Identifying nootropic drug targets via large-scale cognitive GWAS and transcriptomics

Max Lam, Chia Yen Chen, Tian Ge, Yan Xia, David W. Hill, Joey W. Trampush, Jin Yu, Emma Knowles, Gail Davies, Eli A. Stahl, Laura Huckins, David C. Liewald, Srdjan Djurovic, Ingrid Melle, Andrea Christoforou, Ivar Reinvang, Pamela DeRosse, Astri J. Lundervold, Vidar M. Steen, Thomas EspesethKatri Räikkönen, Elisabeth Widen, Aarno Palotie, Johan G. Eriksson, Ina Giegling, Bettina Konte, Annette M. Hartmann, Panos Roussos, Stella Giakoumaki, Katherine E. Burdick, Antony Payton, William Ollier, Ornit Chiba-Falek, Deborah C. Koltai, Anna C. Need, Elizabeth T. Cirulli, Aristotle N. Voineskos, Nikos C. Stefanis, Dimitrios Avramopoulos, Alex Hatzimanolis, Nikolaos Smyrnis, Robert M. Bilder, Nelson B. Freimer, Tyrone D. Cannon, Edythe London, Russell A. Poldrack, Fred W. Sabb, Eliza Congdon, Emily Drabant Conley, Matthew A. Scult, Dwight Dickinson, Richard E. Straub, Gary Donohoe, Derek Morris, Aiden Corvin, Michael Gill, Ahmad R. Hariri, Daniel R. Weinberger, Neil Pendleton, Panos Bitsios, Dan Rujescu, Jari Lahti, Stephanie Le Hellard, Matthew C. Keller, Ole A. Andreassen, Ian J. Deary, David C. Glahn, Hailiang Huang, Chunyu Liu, Anil K. Malhotra, Todd Lencz

Research output: Contribution to journalArticlepeer-review

Abstract

Broad-based cognitive deficits are an enduring and disabling symptom for many patients with severe mental illness, and these impairments are inadequately addressed by current medications. While novel drug targets for schizophrenia and depression have emerged from recent large-scale genome-wide association studies (GWAS) of these psychiatric disorders, GWAS of general cognitive ability can suggest potential targets for nootropic drug repurposing. Here, we (1) meta-analyze results from two recent cognitive GWAS to further enhance power for locus discovery; (2) employ several complementary transcriptomic methods to identify genes in these loci that are credibly associated with cognition; and (3) further annotate the resulting genes using multiple chemoinformatic databases to identify “druggable” targets. Using our meta-analytic data set (N = 373,617), we identified 241 independent cognition-associated loci (29 novel), and 76 genes were identified by 2 or more methods of gene identification. Actin and chromatin binding gene sets were identified as novel pathways that could be targeted via drug repurposing. Leveraging our transcriptomic and chemoinformatic databases, we identified 16 putative genes targeted by existing drugs potentially available for cognitive repurposing.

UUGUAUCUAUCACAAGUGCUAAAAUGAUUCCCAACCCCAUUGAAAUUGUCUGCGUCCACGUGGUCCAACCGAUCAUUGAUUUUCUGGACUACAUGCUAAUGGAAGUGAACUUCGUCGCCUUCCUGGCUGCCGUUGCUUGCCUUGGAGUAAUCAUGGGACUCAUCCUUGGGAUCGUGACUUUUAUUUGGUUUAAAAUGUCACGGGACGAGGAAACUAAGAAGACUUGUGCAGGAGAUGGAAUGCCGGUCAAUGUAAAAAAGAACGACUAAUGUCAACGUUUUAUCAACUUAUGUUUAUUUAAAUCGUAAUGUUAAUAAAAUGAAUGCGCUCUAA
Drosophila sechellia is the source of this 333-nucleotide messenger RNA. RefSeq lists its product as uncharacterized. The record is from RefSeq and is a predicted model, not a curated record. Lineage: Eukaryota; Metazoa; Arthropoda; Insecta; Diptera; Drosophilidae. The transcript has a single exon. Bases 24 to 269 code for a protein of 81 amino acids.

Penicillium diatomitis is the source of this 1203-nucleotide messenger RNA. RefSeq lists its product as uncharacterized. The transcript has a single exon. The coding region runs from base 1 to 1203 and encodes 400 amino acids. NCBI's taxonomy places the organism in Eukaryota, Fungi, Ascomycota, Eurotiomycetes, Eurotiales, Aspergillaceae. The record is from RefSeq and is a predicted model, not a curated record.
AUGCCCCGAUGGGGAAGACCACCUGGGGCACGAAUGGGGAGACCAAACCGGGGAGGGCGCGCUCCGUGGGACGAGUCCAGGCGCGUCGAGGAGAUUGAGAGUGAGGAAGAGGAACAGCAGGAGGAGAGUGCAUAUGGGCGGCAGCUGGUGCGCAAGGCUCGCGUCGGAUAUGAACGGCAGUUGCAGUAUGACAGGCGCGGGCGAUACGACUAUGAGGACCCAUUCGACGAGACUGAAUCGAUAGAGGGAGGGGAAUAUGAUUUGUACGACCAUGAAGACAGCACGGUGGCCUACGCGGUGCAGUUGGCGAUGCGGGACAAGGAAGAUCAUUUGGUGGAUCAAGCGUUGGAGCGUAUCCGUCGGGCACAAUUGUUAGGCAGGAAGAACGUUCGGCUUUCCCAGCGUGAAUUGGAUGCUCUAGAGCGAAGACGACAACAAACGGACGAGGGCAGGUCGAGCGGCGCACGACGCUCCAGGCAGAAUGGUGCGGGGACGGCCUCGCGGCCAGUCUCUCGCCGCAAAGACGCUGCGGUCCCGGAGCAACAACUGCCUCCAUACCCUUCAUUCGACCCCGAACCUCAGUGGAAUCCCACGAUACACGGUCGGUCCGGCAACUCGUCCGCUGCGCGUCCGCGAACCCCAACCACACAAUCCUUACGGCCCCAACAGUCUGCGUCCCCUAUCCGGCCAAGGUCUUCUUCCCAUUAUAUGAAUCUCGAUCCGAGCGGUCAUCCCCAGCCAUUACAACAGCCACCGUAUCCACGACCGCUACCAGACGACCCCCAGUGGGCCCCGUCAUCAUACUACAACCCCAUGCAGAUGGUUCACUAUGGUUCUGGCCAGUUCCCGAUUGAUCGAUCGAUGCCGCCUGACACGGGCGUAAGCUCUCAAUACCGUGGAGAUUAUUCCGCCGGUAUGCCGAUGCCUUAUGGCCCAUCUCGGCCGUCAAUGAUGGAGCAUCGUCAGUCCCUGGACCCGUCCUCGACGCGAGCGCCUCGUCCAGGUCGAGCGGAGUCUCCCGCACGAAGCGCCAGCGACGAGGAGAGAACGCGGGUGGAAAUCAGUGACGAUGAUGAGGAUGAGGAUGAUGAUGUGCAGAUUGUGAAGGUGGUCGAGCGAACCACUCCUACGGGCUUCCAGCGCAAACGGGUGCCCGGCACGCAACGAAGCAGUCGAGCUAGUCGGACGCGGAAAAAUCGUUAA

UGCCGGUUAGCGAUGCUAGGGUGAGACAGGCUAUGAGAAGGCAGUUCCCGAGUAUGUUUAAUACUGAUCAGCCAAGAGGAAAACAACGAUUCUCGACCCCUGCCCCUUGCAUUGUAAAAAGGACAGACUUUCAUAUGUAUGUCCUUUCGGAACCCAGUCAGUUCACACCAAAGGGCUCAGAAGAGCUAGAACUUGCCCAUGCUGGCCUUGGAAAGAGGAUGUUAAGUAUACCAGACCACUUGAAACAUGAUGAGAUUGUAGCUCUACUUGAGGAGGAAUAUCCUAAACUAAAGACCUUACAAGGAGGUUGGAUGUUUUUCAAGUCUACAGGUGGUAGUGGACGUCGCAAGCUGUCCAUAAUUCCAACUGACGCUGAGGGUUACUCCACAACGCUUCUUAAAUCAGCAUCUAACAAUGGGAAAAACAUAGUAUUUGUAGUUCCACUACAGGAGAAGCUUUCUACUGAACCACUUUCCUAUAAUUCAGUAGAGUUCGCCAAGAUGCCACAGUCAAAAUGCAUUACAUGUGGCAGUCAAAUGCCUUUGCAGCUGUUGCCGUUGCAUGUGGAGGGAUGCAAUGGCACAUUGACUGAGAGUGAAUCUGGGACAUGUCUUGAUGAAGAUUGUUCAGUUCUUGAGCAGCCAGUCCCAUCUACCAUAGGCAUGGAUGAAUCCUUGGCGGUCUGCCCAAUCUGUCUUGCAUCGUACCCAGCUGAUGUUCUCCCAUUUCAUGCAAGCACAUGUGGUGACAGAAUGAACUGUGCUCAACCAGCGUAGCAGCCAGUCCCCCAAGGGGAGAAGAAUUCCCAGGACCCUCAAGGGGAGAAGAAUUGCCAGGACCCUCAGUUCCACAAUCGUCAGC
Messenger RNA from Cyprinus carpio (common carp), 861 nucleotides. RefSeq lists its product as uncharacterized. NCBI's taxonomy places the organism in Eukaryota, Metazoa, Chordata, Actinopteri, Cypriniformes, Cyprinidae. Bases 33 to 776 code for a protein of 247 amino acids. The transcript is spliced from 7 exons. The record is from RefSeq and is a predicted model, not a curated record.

Original languageEnglish (US)
Pages (from-to)1788-1801
Number of pages14
JournalNeuropsychopharmacology
Volume46
Issue number10
DOIs
StatePublished - Sep 2021
Externally publishedYes

ASJC Scopus subject areas

  • Pharmacology
  • Psychiatry and Mental health

Fingerprint

Dive into the research topics of 'Identifying nootropic drug targets via large-scale cognitive GWAS and transcriptomics'. Together they form a unique fingerprint.

Cite this